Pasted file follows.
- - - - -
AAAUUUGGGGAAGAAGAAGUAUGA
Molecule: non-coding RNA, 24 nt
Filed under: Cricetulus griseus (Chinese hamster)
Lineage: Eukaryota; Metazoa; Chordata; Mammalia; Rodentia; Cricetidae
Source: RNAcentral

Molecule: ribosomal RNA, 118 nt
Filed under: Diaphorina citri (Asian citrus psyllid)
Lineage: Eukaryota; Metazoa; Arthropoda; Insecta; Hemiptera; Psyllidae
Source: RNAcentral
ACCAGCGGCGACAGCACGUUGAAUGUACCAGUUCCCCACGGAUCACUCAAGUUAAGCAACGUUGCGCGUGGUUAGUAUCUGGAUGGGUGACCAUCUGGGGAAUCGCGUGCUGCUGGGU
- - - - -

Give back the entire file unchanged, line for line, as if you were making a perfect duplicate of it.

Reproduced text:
AAAUUUGGGGAAGAAGAAGUAUGA
Molecule: non-coding RNA, 24 nt
Filed under: Cricetulus griseus (Chinese hamster)
Lineage: Eukaryota; Metazoa; Chordata; Mammalia; Rodentia; Cricetidae
Source: RNAcentral

Molecule: ribosomal RNA, 118 nt
Filed under: Diaphorina citri (Asian citrus psyllid)
Lineage: Eukaryota; Metazoa; Arthropoda; Insecta; Hemiptera; Psyllidae
Source: RNAcentral
ACCAGCGGCGACAGCACGUUGAAUGUACCAGUUCCCCACGGAUCACUCAAGUUAAGCAACGUUGCGCGUGGUUAGUAUCUGGAUGGGUGACCAUCUGGGGAAUCGCGUGCUGCUGGGU